[Ben] Dogs love Baker’s!

Do they love Baker’s in America as well?!

Oh yeah!

My dog loves Baker’s, but anyway, let’s talk about how you put the band together. Obviously you two are the main members, would you say that’s correct?

[Andrew] Yeah, I mean, we are the founding members and songwriters

[Ben] CEO of MGMT incorporated

How did it all come together, what is your musical background and where are you guys from?

[Ben] Well, I’m from upstate New York, about 5 hours from New York City. I didn’t go down to the city that much growing up although we live there now. Andrew is from Memphis, home of the blues

[Andrew] Birth place of rock and roll as well….

[Ben] And we met at University in 2001, started the band in December 2002 and started writing songs in my dorm room on a laptop. We would sit and make up these weird little electronic loops, play them live and do silly things over the noise. We didn’t sing at that point. Then at some point we decided to start writing pop songs, kind of as a joke, so the whole thing wasn’t that serious to start off, it’s still not

[Andrew] They weren’t joke songs necessarily…

[Ben] No, just the idea of pop was a joke to begin with. The whole ‘Management’ thing was to do with the whole corporate idea. Our goal was to sell out as quickly as possible. We thought it would never really happen and then it kinda did!

[Andrew] Go on…

[Ben] What do you want me to say?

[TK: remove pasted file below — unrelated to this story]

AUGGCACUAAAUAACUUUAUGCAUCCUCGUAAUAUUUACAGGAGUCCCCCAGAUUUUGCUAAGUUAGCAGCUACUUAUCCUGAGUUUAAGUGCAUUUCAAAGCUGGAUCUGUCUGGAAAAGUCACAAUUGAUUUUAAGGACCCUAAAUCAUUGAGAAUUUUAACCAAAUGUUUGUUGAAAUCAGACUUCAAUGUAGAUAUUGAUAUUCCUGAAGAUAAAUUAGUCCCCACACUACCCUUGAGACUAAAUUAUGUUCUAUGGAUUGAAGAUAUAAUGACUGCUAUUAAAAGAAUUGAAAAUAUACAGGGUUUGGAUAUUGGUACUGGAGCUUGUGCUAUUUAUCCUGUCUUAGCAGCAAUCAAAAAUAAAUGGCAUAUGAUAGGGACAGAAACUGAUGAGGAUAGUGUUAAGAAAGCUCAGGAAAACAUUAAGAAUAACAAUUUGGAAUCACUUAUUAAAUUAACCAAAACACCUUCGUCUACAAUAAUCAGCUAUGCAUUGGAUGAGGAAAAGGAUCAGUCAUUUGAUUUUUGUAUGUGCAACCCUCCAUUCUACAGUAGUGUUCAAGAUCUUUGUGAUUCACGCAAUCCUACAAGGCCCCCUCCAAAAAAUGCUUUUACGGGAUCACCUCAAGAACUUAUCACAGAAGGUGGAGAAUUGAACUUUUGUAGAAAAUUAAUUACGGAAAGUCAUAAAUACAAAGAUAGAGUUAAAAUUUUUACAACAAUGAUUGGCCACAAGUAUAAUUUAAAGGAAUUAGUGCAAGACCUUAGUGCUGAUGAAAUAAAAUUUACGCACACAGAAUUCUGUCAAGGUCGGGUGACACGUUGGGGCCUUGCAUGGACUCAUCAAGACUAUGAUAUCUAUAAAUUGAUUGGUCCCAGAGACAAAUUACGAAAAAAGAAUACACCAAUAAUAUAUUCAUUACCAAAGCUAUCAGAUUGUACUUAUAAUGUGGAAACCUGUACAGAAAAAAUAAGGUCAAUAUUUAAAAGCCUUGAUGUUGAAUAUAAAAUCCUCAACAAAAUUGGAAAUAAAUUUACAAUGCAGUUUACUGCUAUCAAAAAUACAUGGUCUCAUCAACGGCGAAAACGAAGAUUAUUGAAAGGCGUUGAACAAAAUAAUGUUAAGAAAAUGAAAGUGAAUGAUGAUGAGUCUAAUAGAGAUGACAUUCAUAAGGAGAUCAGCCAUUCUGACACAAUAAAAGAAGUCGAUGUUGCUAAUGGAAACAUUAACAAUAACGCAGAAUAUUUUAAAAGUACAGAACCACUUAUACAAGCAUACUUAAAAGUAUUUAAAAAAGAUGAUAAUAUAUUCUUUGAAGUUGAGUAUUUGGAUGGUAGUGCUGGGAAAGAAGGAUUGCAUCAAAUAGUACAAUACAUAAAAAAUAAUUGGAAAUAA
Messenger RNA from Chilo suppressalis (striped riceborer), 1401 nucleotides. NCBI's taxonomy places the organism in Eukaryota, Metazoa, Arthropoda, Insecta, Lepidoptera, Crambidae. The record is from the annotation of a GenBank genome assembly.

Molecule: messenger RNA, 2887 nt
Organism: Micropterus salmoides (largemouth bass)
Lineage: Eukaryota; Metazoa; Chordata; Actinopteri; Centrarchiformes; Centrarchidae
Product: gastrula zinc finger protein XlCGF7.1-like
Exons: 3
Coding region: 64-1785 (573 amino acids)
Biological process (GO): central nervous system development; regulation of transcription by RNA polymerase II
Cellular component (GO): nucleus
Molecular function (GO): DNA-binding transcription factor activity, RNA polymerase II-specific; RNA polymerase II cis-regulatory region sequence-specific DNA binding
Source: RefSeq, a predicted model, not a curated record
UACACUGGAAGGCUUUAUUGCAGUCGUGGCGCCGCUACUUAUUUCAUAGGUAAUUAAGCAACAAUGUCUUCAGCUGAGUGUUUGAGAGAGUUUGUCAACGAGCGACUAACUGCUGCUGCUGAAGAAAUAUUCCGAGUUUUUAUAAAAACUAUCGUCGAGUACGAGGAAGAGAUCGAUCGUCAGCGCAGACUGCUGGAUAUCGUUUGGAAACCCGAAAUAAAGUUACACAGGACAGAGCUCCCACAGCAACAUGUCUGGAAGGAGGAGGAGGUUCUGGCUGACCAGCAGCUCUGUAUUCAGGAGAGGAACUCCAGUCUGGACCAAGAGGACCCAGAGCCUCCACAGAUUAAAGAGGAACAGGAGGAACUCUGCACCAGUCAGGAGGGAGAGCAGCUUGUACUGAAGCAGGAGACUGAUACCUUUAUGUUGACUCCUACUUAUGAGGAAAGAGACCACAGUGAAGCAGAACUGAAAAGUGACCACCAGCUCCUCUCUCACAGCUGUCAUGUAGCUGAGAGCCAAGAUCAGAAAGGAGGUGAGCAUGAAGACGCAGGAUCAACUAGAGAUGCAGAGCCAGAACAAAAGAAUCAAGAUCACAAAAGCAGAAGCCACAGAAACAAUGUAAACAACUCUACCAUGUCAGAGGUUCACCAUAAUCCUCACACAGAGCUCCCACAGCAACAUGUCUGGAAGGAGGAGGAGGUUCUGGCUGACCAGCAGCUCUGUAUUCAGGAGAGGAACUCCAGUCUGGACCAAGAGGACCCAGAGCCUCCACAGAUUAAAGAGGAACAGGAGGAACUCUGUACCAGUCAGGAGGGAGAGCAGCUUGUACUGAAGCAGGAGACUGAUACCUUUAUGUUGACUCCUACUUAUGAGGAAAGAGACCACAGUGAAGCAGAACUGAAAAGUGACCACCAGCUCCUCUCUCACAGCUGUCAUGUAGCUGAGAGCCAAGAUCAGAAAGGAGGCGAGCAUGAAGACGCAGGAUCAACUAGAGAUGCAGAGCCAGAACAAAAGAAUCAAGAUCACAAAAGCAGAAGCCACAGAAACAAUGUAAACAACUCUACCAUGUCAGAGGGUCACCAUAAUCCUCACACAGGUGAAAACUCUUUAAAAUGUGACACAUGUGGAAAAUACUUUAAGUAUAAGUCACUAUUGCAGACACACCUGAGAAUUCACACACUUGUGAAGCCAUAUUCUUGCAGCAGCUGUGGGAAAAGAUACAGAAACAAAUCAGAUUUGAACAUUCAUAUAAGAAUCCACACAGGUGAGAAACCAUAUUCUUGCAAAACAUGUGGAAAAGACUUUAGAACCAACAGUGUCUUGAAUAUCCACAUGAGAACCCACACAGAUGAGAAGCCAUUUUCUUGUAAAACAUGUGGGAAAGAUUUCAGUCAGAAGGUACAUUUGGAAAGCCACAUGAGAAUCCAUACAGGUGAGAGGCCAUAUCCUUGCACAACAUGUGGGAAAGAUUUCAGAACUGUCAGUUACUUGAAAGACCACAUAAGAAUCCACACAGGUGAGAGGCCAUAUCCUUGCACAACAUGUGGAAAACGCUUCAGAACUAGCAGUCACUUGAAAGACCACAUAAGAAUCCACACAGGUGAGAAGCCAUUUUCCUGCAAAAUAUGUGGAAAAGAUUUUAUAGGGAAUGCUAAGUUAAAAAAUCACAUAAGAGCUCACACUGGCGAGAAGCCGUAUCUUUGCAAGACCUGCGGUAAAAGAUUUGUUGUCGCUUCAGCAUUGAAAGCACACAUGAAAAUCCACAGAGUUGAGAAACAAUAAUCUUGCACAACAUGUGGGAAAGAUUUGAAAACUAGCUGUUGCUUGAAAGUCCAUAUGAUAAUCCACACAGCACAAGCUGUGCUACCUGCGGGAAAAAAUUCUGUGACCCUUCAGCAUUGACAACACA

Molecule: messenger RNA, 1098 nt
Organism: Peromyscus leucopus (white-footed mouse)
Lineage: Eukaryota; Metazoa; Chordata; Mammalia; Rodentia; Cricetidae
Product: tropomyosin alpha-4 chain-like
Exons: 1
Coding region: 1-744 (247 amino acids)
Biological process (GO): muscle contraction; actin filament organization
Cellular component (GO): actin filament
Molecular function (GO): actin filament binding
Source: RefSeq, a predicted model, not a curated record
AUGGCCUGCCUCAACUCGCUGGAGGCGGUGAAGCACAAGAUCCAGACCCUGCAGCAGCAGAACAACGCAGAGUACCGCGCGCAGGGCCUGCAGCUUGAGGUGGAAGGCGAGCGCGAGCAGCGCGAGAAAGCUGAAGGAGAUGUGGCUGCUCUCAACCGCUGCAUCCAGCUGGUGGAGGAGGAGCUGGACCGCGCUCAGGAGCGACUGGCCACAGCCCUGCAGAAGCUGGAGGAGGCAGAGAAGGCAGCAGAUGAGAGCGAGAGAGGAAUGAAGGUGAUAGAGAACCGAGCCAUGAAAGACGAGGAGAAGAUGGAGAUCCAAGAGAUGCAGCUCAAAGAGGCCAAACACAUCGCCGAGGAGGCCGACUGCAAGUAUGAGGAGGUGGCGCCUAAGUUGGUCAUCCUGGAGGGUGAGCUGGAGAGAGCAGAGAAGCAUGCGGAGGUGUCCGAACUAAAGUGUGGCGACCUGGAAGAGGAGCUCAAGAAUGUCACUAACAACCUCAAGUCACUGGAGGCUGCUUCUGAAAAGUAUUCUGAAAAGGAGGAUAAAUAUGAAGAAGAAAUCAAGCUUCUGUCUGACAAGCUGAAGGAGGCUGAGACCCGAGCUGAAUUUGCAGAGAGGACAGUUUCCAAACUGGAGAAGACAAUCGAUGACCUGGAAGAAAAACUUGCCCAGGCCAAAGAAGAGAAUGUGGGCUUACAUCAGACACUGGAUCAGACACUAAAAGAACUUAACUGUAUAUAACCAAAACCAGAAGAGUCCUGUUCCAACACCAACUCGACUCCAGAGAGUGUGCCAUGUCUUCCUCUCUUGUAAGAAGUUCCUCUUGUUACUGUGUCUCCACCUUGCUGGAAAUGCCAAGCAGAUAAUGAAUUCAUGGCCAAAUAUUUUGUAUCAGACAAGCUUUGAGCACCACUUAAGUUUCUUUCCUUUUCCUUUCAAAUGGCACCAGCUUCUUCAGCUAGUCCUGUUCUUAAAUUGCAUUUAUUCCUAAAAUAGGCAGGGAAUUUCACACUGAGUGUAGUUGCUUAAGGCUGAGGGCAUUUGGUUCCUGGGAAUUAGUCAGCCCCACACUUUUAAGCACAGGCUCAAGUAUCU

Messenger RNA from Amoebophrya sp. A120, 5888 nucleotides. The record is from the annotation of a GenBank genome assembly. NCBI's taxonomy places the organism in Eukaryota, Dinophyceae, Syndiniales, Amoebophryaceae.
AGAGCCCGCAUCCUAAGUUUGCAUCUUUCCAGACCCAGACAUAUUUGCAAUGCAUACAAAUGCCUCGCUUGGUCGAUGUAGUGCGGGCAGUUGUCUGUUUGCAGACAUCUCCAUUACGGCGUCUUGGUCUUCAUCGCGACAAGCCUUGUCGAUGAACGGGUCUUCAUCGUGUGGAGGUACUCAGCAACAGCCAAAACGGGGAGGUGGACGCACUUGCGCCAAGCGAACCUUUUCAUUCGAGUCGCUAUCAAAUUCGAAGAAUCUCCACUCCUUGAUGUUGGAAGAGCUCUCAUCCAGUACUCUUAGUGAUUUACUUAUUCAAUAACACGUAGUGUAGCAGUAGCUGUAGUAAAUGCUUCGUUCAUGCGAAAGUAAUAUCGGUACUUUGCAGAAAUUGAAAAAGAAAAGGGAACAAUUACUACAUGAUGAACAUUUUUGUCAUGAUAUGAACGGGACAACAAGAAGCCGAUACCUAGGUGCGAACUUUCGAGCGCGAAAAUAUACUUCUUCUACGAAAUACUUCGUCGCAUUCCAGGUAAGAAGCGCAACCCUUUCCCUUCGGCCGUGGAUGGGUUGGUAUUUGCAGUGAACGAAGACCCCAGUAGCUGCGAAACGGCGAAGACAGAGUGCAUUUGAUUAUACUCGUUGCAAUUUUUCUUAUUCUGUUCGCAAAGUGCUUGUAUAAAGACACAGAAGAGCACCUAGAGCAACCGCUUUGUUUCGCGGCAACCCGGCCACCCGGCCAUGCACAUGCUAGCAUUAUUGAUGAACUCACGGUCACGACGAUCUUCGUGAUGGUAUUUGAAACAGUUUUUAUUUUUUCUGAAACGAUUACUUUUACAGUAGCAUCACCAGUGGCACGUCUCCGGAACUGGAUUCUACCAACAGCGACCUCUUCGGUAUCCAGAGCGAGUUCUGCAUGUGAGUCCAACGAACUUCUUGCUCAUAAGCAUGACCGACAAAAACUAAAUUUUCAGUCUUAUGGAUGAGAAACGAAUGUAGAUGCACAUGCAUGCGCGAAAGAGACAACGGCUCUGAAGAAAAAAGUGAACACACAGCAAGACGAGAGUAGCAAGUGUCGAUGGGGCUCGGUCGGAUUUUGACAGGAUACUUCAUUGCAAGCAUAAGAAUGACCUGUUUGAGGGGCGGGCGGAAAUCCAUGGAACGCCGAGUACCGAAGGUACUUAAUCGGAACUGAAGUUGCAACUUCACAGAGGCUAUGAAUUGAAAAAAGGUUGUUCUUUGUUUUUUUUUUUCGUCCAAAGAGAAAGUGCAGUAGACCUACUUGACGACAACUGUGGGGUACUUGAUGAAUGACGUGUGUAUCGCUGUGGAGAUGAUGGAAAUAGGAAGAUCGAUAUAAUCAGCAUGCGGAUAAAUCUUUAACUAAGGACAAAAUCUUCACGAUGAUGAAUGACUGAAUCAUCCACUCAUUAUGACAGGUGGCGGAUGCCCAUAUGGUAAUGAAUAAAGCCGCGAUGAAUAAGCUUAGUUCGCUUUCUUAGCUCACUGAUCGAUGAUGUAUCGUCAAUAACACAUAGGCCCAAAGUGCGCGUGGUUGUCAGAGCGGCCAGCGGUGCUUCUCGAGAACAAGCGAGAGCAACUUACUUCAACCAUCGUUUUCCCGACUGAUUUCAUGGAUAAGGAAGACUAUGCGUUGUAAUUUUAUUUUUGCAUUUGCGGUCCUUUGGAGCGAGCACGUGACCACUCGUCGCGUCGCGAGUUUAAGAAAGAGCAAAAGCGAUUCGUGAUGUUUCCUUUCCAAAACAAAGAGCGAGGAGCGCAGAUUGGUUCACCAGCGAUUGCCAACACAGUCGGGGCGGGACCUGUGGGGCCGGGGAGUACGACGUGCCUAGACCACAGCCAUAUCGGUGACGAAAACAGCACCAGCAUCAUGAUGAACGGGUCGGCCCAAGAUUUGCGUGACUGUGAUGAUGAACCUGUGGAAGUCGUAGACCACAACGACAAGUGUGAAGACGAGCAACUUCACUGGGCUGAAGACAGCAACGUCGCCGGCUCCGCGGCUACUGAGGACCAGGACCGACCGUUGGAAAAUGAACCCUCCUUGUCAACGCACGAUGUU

[Andrew] We should talk about a couple of our shows from school….

[Ben] Yeah, we should! We played a show at school where we had a giant inflatable snow man and we covered that Nine Inch
Nails song

[Andrew] ‘Closer’

[Ben] We did a 15 minute version of that while they inflated a snow man [laughs]

[Laughs] It sounds like a teenage movie…

[Ben] It was, that’s what we were going for..

[Andrew] Then another show…we got into the series of wearing jump suits and drinking a lot of red wine. We were exploring these tunnels underneath the dorms that were really far and I don’t think kids were supposed to be in there. We found this little room that was like a bomb shelter and it had supplies from the 60’s like crackers and this giant barrel. We tried to eat the crackers, but they were disgusting.

[Ben] They were the worst crackers I’ve ever had!

[Andrew] But we took the barrels and we played some shows were we would stand on top of the barrels and try and push each other off. I mean, that was just insane! People were going crazy at that show…

[Ben] Then we had another show where we played at this kind of county fair type thing called ‘The Daffodil Festival’ and we were warming up before the set, at this time we had put together a 6 piece band. Anyway, while we were warming up this group of cheer leaders go by and I guess they had just won a cheer leading competition and they saw us playing and I guess they liked it because they came back for our show and started doing their routine in front of us while we were playing.

You can’t buy that stuff….

[Andrew] No, you can’t. That’s how we got famous and that’s why we are in London.

So it’s all down to the cheer leaders?

[Andrew] Yeah, that’s how everything happens..

In a quest to find dogs…

[Andrew] Yeah, the cheerleaders happen to be the daughters of these famous dog breeders from London, so, that’s why we came over here, it’s incredible.

That’s amazing; no one would believe that y’know? So farfetched….

[Ben] You can’t make that stuff up…

I hear you used to cover the Ghostbusters theme tune?

Yeah, we did. I think we did it once that was like out first show. I had a Digitech whammy that had built in drum sounds, we had the drum sounds on loop. Ben had his Roland XP80 and we played a talent show and we were on last. We carried on playing, we wanted everyone to leave to our music. It worked, we played for like an hour.

Hang on, you played the Ghostbusters theme tune for an hour?